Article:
Six months after the Office of the Inspector General (OIG) of the US Department of Health and Human Services released a case study of Missouri’s Department of Social Services’ 2019 performance, it revealed they scored poorly at preventing a child in state custody from going missing. Thanks to the diligence of Rob and Kathleen Raskin, this issue will not only be reported in Missouri.
Missouri’s DSS appointed a new Acting Director, Robert Knodell, in late 2021. He says he studied the 2019 report, which reviewed the cases of 59 children in the foster care system. He identified four fundamental issues to address, as follows:
- Missouri lacked the policies necessary to identify factors that make a child more vulnerable to go missing in the first place.
- A lack of evidence that Missouri agencies took the required actions to locate children missing from the foster care system
- One in three children’s cases didn’t show evidence of a health and safety checkup after they’ve returned to foster care.
- Missouri’s case management system doesn’t accurately identify children missing from foster care.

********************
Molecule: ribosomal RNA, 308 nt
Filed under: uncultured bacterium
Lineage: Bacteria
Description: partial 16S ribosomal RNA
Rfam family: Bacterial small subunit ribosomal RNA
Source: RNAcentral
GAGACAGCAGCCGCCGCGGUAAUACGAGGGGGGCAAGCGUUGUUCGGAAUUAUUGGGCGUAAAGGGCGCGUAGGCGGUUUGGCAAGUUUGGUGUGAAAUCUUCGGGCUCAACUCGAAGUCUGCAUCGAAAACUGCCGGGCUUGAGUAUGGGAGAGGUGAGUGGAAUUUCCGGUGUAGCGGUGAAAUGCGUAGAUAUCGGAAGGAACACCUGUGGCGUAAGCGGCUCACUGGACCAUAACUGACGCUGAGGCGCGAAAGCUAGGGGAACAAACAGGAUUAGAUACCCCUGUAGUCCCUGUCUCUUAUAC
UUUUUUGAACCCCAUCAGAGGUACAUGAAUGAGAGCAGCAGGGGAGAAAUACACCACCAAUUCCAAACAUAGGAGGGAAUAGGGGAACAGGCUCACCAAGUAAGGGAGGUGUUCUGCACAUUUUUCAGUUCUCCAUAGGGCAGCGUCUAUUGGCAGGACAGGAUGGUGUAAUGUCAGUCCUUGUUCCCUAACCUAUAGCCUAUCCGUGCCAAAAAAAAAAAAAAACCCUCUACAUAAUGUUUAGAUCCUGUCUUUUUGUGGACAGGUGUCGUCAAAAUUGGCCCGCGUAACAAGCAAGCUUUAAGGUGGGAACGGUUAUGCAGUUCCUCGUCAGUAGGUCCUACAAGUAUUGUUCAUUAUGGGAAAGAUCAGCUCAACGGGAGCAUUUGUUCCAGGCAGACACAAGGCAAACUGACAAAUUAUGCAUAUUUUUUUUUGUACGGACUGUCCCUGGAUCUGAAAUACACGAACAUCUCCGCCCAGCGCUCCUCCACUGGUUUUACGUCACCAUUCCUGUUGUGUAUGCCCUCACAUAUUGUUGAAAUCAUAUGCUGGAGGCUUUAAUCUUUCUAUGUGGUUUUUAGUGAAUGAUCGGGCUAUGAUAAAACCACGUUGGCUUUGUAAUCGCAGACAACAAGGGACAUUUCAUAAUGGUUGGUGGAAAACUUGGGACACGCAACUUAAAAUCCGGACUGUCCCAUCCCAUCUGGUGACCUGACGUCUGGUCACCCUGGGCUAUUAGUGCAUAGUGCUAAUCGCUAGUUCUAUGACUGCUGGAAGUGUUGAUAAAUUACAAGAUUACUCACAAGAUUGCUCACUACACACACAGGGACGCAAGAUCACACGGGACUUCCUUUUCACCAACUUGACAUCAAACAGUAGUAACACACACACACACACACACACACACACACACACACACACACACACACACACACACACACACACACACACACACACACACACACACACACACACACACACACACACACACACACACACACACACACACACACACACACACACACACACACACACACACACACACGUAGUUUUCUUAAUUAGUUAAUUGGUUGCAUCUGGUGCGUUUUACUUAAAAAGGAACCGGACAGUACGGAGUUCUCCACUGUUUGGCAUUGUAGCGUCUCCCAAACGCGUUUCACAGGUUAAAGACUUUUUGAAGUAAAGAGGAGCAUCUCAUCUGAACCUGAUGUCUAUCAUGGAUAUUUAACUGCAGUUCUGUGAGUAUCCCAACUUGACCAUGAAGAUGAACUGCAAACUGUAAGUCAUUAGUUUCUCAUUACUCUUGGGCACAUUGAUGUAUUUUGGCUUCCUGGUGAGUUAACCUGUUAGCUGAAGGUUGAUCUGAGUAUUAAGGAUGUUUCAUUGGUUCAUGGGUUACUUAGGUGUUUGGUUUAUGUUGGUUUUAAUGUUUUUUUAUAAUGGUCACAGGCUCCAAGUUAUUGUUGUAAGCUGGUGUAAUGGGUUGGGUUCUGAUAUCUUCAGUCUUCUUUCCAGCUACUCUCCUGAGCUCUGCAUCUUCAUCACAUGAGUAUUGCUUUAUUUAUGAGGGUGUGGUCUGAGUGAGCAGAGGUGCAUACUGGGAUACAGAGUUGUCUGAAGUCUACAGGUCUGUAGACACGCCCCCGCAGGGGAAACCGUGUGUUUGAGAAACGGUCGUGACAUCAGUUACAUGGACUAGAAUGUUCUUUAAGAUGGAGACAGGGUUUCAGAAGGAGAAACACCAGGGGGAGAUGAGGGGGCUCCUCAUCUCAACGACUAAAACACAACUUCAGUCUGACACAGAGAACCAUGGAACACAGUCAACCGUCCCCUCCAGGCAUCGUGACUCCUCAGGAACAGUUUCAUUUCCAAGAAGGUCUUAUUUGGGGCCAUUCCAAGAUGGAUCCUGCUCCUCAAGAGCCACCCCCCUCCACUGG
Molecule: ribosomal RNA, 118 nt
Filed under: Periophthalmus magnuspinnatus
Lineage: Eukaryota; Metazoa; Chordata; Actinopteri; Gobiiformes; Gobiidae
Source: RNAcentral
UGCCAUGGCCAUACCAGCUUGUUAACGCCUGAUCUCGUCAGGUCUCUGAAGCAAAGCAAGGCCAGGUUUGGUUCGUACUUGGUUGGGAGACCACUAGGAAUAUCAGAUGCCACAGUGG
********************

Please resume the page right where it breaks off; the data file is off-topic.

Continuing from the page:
Knodell says the DSS addresses these issues via technology updates and budget increases to support caseworkers and the entire foster care system. He also states the 59 children from the 2019 report have been identified and are safe in the care of the Children’s Division.
According to Brad Whitley, the regional inspector general of the Office of Evaluation and Inspections in Kansas City, MO, the OIG had discovered these same problems across the entire state. In other words, it wasn’t isolated to one area, such as rural or urban. Furthermore, he cites evidence for this exact problem across the entire country.
For more on this story, click here: https://www.komu.com/target8/target-8-missouri-agencies-begin-to-address-failures-identified-in-foster-care-system/article_91dffbdc-8b8c-11ec-aac5-e38131732992.html